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Photo by Elijah O’Donnell on Unsplash

When the Internet emerged in the early nineties, pundits claimed it would be the end of print media. Then, in the early 2000s, when it appeared newspapers had successfully leaped the chasm, a handful of companies found an untapped profit margin. In hindsight, however, many are calling digital advertising the original sin of the Internet.

In the following, we’ll hash out the brief history of the Internet’s love affair with advertising, the unforeseen issues behind this relationship, and, finally, some crypto alternatives that promise an altogether different future.

The Internet Is Built On Advertising

Consider this: Google made $136.6 billion in total revenue in 2018. Of this amount, $116 billion was generated exclusively from advertising. This was either through its AdSense network, AdWords solution or from Google News. …


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Photo by Waldemar Brandt on Unsplash

The modern Internet experience is broken. Whether it be the rise of toxic exchanges on social media platforms, rampant bot activity, inauthentic influencers, or the hyper-centralizing forces dominating the web, users are desperate for an upgrade. Unfortunately, blockchain technology alone isn’t the solution. It is merely a tool to take back the web.

If we are to take seriously the early vision of the Internet, then we’ll need a new set of platforms and some out-of-the-box thinking to achieve this. Let the revolution begin.

Two Steps Back, One Step Forward

Reports from the past few years have indicated that bot activity is rising. Fake Twitter profiles are the easiest way to grasp this phenomenon, but the practice exists throughout. On Instagram, Facebook, Reddit, and many others, it’s becoming harder and harder to determine who or what a user is speaking with. …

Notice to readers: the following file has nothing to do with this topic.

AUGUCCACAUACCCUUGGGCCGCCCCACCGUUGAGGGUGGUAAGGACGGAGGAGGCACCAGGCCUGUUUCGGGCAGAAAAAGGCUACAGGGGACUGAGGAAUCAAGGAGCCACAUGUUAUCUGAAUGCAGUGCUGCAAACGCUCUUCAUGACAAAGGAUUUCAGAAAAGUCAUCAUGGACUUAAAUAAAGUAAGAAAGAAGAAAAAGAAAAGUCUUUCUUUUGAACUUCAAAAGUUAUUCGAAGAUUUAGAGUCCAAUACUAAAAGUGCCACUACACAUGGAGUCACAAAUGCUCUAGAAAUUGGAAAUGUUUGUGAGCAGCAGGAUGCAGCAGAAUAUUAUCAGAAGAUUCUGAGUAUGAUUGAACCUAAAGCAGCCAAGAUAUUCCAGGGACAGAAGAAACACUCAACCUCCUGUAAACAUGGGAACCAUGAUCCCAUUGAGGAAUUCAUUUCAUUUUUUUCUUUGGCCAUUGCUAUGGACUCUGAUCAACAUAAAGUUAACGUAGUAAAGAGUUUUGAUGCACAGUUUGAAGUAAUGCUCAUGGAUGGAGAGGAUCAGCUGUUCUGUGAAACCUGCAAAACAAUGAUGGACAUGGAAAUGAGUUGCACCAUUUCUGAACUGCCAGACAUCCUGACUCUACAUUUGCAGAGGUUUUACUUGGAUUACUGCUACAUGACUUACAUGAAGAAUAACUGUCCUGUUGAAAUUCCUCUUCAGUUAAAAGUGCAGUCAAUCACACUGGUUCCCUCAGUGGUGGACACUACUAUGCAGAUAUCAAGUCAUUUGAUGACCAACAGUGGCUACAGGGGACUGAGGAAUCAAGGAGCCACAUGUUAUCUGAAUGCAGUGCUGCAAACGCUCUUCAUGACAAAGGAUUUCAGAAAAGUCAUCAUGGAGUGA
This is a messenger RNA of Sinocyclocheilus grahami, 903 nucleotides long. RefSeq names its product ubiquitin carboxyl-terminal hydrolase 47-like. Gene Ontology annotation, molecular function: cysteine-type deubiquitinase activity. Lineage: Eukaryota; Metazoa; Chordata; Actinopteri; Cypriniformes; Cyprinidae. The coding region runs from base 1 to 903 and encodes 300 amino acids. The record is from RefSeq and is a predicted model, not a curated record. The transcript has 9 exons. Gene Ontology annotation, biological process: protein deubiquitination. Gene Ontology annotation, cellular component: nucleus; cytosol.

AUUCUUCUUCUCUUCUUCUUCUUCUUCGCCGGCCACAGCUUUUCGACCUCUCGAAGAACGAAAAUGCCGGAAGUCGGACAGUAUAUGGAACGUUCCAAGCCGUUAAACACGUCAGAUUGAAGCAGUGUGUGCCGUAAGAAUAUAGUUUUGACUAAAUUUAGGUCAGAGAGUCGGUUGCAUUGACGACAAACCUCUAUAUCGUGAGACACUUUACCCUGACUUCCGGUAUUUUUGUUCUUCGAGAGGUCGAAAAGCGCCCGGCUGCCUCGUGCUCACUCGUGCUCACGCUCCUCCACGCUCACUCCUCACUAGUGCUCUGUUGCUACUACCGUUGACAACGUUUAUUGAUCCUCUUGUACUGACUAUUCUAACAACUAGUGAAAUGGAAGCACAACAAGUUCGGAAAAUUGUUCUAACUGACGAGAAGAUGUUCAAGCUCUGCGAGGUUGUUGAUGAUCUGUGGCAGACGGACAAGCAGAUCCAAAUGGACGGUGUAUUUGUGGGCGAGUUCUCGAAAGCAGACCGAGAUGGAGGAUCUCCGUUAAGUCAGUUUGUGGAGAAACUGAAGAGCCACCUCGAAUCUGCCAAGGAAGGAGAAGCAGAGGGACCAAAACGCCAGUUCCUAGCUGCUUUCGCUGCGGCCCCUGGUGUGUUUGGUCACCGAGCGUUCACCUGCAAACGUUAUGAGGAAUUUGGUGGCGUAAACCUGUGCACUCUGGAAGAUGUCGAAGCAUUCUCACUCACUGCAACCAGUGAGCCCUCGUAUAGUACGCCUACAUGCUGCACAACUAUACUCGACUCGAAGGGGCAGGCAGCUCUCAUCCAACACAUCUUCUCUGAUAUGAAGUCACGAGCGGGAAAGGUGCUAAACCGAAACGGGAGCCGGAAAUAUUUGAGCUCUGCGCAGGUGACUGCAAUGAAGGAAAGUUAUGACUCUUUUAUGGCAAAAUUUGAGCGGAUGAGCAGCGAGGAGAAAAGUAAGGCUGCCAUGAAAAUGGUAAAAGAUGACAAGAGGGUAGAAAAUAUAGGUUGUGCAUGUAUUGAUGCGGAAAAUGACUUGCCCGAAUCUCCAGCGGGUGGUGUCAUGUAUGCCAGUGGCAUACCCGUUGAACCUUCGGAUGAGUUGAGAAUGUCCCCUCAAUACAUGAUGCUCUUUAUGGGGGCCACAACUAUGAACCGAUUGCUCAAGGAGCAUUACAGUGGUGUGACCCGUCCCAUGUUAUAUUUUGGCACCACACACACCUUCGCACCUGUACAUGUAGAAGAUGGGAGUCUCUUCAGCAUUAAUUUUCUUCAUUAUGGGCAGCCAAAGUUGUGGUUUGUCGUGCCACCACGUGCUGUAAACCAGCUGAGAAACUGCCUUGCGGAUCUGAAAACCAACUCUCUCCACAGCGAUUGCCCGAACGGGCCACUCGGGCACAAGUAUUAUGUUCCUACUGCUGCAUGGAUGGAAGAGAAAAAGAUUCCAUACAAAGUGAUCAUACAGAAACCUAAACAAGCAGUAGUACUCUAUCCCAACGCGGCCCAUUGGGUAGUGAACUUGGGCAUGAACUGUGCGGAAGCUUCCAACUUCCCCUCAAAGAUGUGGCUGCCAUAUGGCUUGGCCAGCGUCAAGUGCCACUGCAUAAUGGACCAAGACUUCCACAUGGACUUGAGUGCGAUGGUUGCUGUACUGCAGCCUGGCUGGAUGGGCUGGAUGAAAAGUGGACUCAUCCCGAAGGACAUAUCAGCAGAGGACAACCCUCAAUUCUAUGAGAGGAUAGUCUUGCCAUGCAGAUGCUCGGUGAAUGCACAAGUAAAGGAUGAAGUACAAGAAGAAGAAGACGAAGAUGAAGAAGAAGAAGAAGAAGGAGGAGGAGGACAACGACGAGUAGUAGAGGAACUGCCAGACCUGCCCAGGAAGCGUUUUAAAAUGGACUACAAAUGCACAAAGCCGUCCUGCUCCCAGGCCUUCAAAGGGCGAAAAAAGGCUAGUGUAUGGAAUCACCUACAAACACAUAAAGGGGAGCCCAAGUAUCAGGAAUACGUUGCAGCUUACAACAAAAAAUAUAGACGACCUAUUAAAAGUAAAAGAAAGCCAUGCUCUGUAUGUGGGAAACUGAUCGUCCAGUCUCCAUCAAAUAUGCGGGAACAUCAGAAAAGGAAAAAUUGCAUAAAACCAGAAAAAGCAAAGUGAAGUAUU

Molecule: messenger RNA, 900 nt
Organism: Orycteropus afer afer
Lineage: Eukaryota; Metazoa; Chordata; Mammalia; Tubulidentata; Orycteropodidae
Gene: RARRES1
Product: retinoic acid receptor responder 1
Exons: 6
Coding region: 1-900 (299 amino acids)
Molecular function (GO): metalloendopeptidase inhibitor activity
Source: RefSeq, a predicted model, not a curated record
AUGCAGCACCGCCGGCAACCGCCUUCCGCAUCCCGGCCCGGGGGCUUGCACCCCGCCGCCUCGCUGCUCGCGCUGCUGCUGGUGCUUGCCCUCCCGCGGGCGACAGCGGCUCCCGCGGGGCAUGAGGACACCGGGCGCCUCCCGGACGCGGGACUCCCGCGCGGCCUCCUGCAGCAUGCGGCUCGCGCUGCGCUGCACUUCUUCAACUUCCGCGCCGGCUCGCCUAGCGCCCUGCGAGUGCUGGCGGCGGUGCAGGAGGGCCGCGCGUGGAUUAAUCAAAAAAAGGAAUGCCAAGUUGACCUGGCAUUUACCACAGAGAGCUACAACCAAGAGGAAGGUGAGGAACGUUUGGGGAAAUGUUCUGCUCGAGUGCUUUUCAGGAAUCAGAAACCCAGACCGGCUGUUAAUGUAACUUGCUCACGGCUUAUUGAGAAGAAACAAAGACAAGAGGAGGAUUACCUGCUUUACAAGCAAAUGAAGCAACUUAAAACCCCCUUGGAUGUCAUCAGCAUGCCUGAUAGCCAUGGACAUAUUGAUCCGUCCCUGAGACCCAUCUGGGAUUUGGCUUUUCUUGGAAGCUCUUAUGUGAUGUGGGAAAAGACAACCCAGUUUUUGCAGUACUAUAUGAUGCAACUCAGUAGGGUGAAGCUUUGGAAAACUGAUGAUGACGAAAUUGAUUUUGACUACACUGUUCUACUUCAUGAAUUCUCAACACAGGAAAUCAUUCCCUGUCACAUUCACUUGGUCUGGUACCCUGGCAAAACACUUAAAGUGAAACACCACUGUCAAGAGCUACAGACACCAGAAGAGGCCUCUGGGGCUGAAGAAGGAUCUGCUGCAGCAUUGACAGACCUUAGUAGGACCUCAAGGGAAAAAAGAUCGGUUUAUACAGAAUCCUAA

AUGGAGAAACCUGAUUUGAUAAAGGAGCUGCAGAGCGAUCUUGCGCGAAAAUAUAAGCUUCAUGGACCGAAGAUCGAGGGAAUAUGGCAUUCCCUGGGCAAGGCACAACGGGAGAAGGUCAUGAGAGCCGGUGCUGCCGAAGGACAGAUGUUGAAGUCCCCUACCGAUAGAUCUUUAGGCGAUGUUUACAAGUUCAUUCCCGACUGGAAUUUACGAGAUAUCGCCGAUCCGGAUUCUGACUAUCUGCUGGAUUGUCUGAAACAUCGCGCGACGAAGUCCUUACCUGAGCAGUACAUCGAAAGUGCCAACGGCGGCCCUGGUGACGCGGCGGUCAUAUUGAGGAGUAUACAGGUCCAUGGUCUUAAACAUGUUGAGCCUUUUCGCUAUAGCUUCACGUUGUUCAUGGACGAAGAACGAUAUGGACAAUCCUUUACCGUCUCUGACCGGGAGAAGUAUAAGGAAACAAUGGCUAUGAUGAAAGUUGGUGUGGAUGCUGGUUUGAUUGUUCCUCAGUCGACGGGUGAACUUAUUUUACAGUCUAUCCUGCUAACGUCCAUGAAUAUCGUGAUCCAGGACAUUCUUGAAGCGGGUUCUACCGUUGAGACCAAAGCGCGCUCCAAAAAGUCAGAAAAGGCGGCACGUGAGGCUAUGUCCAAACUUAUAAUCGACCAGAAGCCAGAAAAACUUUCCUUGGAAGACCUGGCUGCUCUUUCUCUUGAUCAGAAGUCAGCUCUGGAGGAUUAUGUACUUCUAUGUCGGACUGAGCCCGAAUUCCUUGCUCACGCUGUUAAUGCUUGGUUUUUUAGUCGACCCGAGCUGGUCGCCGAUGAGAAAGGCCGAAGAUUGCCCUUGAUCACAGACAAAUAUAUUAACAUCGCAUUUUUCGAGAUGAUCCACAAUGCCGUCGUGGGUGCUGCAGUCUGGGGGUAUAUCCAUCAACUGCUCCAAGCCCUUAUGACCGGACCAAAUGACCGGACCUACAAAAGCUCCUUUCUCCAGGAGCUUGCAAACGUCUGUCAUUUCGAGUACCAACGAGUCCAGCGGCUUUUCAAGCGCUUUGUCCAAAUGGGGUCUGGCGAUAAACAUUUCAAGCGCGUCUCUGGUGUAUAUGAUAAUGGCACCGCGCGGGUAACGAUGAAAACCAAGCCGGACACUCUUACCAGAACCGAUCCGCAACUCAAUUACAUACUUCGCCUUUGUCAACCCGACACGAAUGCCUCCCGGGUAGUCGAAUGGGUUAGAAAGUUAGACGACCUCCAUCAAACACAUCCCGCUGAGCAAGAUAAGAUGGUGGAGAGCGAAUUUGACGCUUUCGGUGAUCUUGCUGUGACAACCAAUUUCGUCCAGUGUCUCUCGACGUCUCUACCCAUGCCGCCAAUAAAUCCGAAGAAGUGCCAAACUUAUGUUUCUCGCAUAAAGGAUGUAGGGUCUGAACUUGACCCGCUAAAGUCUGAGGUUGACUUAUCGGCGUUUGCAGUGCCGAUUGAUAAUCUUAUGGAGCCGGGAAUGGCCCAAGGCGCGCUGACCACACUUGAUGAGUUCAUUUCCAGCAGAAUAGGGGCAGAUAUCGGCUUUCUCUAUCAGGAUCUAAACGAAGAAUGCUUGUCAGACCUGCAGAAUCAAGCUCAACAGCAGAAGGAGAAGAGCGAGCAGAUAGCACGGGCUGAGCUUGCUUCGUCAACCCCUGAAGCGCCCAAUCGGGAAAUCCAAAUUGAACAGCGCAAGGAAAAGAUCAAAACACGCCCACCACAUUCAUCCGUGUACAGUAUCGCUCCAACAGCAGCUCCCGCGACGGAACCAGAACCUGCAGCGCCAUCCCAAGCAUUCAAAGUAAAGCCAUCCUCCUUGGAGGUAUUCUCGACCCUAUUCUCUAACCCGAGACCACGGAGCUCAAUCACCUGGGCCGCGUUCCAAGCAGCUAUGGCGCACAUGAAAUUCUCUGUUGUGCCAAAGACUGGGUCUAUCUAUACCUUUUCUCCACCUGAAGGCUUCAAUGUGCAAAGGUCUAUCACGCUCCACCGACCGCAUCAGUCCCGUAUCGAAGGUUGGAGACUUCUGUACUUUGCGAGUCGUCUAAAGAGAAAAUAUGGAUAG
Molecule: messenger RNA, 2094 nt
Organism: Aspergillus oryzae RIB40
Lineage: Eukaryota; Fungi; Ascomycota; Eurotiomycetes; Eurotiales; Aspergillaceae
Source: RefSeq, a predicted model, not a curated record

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Photo by Jonathan Kemper on Unsplash

The following blog post dives into the grander project of blockchain technology, the need for a trustless Internet experience, and why the Facebooks and Amazons need a sharp reality check. Since their inception, many have turned to each of these Internet platforms as much as they turn to their light switches, public transport, and other utilities. Fortunately, an alternative technology is emerging to upset this narrative.

Facebook Is Not A Utility

It goes without saying that the Facebooks of the world are incredibly valuable. Not only do they help families, businesses and other communities stay in contact all over the world, they have also unveiled novel social interactions. What needed a letter sent in the post a hundred years ago, a telephone call thirty years ago now may only need a click of the “like” button. The convenience is outstanding, and it’s important that we don’t forget this; this is the new standard. …


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Photo by Drew Beamer on Unsplash

The advent of cryptocurrencies has revolutionized the way we think about money. And as money is the lifeblood of every business, digital tokens have also brought into question business development strategies. Instead of hiring a single freelancer to complete a specific task, for instance, a project can now leverage the wisdom of the crowd to achieve a common goal through something called “crypto bounties.” Similarly, startups can get their token into thousands of hands via “airdrops” and bootstrap a cryptocurrency’s adoption. Like everything in this industry, however, it’s not all roses. …